Title page for ETD etd-06102005-091844

Type of Document Dissertation
Author Lewis, NKrumah D'Angelo
Author's Email Address nlewis@vt.edu
URN etd-06102005-091844
Title A Study of Intra-Racial Violence Among Black Males: A Matter of "Diss"Respect
Degree PhD
Department Sociology
Advisory Committee
Advisor Name Title
Bailey, Carol A. Committee Chair
Fuhrman, Ellsworth R. Committee Member
Graves, Ellington T. Committee Member
Kershaw, Terry Committee Member
Shoemaker, Donald J. Committee Member
  • intra-racial violence
  • interpersonal violence
  • black-on-black violence
  • disrespect
Date of Defense 2005-05-24
Availability unrestricted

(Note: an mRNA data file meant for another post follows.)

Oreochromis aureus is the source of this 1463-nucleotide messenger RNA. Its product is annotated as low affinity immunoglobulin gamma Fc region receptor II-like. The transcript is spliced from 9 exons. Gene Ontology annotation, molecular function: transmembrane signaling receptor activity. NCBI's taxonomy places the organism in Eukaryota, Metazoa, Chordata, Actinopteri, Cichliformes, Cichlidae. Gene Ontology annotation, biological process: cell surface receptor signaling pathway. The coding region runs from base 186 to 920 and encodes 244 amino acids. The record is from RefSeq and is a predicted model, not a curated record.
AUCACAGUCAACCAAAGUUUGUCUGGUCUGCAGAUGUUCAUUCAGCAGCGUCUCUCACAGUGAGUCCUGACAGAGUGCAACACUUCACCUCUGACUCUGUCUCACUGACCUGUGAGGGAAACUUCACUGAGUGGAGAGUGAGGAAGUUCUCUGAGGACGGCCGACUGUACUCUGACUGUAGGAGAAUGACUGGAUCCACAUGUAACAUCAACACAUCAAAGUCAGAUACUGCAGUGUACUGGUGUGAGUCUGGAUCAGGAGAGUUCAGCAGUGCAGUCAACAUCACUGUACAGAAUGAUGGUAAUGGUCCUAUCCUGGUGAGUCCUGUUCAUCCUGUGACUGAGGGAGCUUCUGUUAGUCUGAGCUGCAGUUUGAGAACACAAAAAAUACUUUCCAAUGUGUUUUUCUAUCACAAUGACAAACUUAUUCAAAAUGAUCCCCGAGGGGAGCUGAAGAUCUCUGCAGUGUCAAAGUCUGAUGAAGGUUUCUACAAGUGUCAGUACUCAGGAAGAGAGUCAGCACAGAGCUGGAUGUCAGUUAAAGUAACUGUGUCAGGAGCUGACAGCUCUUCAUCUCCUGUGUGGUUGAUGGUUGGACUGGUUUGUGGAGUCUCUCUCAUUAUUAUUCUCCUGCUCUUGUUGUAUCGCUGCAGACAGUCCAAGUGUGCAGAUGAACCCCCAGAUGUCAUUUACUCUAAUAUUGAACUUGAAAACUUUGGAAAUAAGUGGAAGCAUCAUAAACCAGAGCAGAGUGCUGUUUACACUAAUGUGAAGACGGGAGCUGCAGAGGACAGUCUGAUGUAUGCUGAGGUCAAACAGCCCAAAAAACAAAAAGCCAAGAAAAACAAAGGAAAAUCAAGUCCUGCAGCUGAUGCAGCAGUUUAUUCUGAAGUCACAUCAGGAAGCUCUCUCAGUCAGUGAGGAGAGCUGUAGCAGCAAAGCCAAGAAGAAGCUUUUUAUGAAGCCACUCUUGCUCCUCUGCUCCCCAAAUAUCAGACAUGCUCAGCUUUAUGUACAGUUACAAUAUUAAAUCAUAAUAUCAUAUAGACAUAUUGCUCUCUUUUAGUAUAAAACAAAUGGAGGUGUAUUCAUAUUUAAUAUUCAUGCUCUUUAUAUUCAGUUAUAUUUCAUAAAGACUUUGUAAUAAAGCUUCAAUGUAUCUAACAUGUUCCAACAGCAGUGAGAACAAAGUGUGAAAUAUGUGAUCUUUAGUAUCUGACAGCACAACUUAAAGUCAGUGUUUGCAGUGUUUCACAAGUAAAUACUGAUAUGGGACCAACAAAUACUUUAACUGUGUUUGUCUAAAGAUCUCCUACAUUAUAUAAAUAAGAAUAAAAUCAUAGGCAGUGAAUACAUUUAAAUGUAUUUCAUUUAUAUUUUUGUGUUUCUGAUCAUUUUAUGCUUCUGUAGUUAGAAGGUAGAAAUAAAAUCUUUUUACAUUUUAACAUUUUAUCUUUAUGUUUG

Utilizing qualitative methodology, this study examines how, from their perspective, a sample of lower-class black men ages 20-35 justify their participation in violent confrontations and define the concept of disrespect. The purpose of this study is to glean whether or not a relationship exists between the rationales offered for participating in violent confrontations and being "dissed." This study also seeks to examine the interpersonal dynamics that compose a violent confrontation, shifting the level of analysis from macro-level arguments of the past. The research demonstrates that the rationales for interpersonal violence surround four themes: (1) Self-defense; (2) trespassing on territory; (3) acting in the defense of third parties; and (4) threatening behavior. It was declared by the respondents that the following actions were found to be disrespectful: (1) verbal insults/derogatory comments/mockery directed at the individual or a third party, openly or covertly; (2) being yelled at; (3) threats of physical harm or violence directed at the individual or a third party; and finally (4) physical infringements on personal boundaries and/or territories real or perceived. The findings of the study suggest that the actions identified by the respondents as their rationales for participating in violent confrontations are largely consistent with behaviors, verbalizations and/or gestures that they defined as being disrespectful. Findings deduced from this study resulted in the construction of a model of how disrespect potentially leads to violent confrontations. Subsequent to the research this study contrasts its findings with the subculture of violence theory postulated by Wolfgang and Ferracuti (1967), thereby demonstrating the need for an expansion of the initial corollaries.
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